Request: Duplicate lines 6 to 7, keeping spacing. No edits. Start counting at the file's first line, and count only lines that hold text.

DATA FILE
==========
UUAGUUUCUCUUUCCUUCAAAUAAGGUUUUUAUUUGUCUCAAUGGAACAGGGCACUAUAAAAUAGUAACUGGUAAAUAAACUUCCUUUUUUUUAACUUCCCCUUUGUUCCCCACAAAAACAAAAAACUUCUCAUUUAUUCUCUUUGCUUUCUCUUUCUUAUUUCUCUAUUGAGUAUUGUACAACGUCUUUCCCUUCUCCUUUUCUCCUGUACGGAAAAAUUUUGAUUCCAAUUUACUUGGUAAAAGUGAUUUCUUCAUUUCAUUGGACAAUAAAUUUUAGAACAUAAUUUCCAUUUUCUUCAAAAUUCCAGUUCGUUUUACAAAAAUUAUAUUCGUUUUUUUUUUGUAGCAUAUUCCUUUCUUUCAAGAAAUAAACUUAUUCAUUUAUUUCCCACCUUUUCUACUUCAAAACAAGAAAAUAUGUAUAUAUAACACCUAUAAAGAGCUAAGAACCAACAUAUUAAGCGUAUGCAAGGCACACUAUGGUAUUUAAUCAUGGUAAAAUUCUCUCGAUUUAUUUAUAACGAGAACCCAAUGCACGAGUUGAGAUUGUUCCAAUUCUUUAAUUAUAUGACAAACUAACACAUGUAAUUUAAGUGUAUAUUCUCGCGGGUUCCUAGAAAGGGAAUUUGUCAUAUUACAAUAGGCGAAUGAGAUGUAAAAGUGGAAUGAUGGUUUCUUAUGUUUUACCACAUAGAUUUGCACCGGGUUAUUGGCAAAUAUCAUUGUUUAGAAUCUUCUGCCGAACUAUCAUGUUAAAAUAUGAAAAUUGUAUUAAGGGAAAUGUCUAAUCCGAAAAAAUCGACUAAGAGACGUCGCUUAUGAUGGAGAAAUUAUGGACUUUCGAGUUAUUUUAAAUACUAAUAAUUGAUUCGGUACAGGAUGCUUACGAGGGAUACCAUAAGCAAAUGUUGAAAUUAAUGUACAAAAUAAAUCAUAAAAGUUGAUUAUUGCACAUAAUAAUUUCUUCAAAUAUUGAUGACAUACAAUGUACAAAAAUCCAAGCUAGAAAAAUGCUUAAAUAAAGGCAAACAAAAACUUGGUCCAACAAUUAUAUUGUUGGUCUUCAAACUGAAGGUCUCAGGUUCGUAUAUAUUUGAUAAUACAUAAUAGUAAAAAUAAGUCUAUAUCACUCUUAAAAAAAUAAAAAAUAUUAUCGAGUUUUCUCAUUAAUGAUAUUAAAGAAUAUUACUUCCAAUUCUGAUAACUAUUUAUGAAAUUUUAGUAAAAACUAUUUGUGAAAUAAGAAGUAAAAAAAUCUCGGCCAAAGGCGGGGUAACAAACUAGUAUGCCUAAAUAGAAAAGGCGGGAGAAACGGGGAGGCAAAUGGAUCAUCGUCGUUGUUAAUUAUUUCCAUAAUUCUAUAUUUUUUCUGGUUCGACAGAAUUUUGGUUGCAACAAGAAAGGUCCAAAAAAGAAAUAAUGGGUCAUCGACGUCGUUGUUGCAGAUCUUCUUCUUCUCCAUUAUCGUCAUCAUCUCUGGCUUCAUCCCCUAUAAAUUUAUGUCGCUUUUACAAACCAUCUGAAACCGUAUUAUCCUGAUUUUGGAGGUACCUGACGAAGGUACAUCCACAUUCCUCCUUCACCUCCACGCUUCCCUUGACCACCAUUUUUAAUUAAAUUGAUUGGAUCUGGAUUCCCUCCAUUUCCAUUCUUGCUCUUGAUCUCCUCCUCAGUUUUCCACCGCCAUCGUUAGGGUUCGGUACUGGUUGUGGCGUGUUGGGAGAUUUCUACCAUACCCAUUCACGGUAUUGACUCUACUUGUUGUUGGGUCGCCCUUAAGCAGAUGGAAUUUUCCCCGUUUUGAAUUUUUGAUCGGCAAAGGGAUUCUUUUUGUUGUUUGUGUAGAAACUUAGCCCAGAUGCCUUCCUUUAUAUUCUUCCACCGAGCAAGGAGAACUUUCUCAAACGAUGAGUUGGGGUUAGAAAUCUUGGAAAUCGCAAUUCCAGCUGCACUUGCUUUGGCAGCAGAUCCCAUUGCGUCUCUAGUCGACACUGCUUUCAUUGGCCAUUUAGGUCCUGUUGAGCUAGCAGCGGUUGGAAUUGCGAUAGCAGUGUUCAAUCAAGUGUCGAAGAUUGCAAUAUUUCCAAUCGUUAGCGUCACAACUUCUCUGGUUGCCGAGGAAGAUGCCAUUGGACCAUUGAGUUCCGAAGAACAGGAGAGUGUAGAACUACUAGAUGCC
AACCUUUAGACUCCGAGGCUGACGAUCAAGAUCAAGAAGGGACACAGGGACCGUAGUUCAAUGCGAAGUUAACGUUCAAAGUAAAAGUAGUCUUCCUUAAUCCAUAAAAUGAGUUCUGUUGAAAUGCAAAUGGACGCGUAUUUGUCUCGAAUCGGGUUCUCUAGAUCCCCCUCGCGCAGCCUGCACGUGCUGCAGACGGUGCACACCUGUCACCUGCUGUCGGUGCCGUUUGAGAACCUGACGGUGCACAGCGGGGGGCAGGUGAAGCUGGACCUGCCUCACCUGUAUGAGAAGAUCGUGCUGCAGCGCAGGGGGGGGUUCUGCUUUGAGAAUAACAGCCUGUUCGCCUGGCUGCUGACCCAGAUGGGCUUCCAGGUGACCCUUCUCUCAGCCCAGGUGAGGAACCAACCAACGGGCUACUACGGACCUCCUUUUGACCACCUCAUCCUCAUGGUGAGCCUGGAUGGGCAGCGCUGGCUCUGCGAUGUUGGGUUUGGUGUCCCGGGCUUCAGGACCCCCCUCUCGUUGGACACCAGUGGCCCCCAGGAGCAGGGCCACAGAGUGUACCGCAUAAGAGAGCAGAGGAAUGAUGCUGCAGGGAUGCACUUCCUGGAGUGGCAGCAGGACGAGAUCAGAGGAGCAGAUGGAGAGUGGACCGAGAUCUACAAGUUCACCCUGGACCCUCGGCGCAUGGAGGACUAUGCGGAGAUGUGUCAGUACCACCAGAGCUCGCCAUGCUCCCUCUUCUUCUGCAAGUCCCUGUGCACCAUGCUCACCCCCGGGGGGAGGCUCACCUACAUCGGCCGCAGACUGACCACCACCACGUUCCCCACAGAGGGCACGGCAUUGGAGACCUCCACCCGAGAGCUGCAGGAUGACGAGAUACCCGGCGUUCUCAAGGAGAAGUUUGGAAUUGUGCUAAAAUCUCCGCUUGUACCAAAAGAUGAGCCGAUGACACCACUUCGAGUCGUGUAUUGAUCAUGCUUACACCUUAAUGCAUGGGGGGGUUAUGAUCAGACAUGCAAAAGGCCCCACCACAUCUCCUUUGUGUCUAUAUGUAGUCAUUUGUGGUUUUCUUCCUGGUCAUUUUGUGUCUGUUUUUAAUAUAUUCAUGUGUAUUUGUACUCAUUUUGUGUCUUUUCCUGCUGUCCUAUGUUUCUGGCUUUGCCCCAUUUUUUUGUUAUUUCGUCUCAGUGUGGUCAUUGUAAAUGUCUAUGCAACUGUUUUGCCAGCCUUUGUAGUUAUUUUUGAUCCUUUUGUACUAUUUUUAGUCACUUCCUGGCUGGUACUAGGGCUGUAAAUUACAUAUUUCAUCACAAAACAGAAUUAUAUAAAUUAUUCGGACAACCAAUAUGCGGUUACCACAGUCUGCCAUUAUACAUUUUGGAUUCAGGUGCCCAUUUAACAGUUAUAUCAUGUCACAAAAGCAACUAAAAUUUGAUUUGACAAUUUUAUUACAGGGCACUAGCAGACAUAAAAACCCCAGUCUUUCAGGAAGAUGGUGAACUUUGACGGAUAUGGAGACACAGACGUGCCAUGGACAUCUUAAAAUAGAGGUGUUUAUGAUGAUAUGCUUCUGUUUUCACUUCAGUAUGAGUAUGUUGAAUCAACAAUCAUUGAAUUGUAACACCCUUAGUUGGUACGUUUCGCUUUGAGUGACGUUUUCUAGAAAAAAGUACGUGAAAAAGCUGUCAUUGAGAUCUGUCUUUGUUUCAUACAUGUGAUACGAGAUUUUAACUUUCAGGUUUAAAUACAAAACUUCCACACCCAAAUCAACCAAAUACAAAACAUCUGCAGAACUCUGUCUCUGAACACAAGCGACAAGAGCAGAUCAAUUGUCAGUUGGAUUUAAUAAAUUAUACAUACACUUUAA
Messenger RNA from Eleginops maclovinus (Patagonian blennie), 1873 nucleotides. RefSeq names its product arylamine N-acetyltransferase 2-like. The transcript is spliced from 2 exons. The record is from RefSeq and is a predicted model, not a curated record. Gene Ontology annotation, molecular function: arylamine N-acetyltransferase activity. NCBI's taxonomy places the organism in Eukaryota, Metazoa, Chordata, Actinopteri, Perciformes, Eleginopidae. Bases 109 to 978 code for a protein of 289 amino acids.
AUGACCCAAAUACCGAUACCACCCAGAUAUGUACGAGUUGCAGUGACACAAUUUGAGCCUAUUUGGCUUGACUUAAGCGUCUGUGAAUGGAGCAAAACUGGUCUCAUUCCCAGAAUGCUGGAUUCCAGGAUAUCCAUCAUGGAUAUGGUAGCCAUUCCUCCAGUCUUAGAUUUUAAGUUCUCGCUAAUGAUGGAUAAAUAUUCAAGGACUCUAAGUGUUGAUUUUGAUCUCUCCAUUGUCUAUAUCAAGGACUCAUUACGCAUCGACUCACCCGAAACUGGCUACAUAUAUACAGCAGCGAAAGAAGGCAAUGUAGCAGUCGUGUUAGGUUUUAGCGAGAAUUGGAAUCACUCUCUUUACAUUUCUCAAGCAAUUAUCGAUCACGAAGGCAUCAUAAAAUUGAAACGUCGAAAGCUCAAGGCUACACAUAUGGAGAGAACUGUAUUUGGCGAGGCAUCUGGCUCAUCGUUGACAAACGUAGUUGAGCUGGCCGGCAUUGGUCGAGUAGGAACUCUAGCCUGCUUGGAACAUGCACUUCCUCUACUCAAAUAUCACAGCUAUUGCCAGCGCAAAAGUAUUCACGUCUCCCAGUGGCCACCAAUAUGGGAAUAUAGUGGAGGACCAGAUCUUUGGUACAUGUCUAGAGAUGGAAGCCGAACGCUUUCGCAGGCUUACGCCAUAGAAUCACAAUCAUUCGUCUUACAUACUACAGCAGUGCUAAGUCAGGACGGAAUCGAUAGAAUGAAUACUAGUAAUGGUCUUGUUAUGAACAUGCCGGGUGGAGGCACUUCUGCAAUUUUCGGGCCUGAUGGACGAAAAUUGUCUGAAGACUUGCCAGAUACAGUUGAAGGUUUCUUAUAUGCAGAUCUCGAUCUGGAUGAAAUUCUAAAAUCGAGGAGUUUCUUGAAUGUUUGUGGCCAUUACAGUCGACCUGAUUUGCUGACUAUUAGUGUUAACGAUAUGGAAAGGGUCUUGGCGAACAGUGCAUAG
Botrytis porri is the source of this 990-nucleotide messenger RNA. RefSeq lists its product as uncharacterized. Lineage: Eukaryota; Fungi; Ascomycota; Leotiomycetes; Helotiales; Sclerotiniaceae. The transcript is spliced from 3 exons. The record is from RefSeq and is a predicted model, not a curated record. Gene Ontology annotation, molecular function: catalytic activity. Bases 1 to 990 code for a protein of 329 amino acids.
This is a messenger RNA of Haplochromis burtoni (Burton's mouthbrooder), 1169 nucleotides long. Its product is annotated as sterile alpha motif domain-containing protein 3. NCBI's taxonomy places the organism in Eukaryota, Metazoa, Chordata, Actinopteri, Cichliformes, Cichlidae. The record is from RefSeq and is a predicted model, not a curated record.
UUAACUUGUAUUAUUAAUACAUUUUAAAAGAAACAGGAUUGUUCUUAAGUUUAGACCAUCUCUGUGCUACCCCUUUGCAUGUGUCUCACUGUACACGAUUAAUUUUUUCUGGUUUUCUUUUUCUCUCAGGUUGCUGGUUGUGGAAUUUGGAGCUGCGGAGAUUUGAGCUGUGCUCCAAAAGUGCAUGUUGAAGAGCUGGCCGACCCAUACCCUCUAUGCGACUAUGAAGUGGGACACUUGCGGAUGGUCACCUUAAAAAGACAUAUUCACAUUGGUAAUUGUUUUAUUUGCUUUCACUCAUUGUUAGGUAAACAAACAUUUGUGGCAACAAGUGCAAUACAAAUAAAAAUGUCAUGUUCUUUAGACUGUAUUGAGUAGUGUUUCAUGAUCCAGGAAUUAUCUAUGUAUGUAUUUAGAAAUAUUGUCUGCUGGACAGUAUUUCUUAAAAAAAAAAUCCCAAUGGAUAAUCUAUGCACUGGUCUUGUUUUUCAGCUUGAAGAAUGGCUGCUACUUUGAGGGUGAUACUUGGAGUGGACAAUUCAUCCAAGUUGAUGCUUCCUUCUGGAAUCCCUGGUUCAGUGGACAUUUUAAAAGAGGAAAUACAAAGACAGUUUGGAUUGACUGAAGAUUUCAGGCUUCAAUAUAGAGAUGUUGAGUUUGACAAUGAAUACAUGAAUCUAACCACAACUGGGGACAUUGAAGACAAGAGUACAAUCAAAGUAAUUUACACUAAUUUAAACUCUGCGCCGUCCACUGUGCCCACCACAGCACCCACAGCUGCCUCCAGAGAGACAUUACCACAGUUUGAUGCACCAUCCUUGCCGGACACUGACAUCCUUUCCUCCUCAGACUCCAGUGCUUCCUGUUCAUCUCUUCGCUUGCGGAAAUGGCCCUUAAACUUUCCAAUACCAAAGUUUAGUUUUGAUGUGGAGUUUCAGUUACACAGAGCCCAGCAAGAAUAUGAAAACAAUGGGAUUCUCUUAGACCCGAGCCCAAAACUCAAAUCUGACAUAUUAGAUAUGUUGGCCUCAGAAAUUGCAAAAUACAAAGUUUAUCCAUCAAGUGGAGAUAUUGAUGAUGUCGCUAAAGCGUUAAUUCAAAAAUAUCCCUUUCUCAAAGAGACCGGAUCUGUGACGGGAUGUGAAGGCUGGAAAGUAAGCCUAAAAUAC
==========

This is a messenger RNA of Haplochromis burtoni (Burton's mouthbrooder), 1169 nucleotides long. Its product is annotated as sterile alpha motif domain-containing protein 3. NCBI's taxonomy places the organism in Eukaryota, Metazoa, Chordata, Actinopteri, Cichliformes, Cichlidae. The record is from RefSeq and is a predicted model, not a curated record.
UUAACUUGUAUUAUUAAUACAUUUUAAAAGAAACAGGAUUGUUCUUAAGUUUAGACCAUCUCUGUGCUACCCCUUUGCAUGUGUCUCACUGUACACGAUUAAUUUUUUCUGGUUUUCUUUUUCUCUCAGGUUGCUGGUUGUGGAAUUUGGAGCUGCGGAGAUUUGAGCUGUGCUCCAAAAGUGCAUGUUGAAGAGCUGGCCGACCCAUACCCUCUAUGCGACUAUGAAGUGGGACACUUGCGGAUGGUCACCUUAAAAAGACAUAUUCACAUUGGUAAUUGUUUUAUUUGCUUUCACUCAUUGUUAGGUAAACAAACAUUUGUGGCAACAAGUGCAAUACAAAUAAAAAUGUCAUGUUCUUUAGACUGUAUUGAGUAGUGUUUCAUGAUCCAGGAAUUAUCUAUGUAUGUAUUUAGAAAUAUUGUCUGCUGGACAGUAUUUCUUAAAAAAAAAAUCCCAAUGGAUAAUCUAUGCACUGGUCUUGUUUUUCAGCUUGAAGAAUGGCUGCUACUUUGAGGGUGAUACUUGGAGUGGACAAUUCAUCCAAGUUGAUGCUUCCUUCUGGAAUCCCUGGUUCAGUGGACAUUUUAAAAGAGGAAAUACAAAGACAGUUUGGAUUGACUGAAGAUUUCAGGCUUCAAUAUAGAGAUGUUGAGUUUGACAAUGAAUACAUGAAUCUAACCACAACUGGGGACAUUGAAGACAAGAGUACAAUCAAAGUAAUUUACACUAAUUUAAACUCUGCGCCGUCCACUGUGCCCACCACAGCACCCACAGCUGCCUCCAGAGAGACAUUACCACAGUUUGAUGCACCAUCCUUGCCGGACACUGACAUCCUUUCCUCCUCAGACUCCAGUGCUUCCUGUUCAUCUCUUCGCUUGCGGAAAUGGCCCUUAAACUUUCCAAUACCAAAGUUUAGUUUUGAUGUGGAGUUUCAGUUACACAGAGCCCAGCAAGAAUAUGAAAACAAUGGGAUUCUCUUAGACCCGAGCCCAAAACUCAAAUCUGACAUAUUAGAUAUGUUGGCCUCAGAAAUUGCAAAAUACAAAGUUUAUCCAUCAAGUGGAGAUAUUGAUGAUGUCGCUAAAGCGUUAAUUCAAAAAUAUCCCUUUCUCAAAGAGACCGGAUCUGUGACGGGAUGUGAAGGCUGGAAAGUAAGCCUAAAAUAC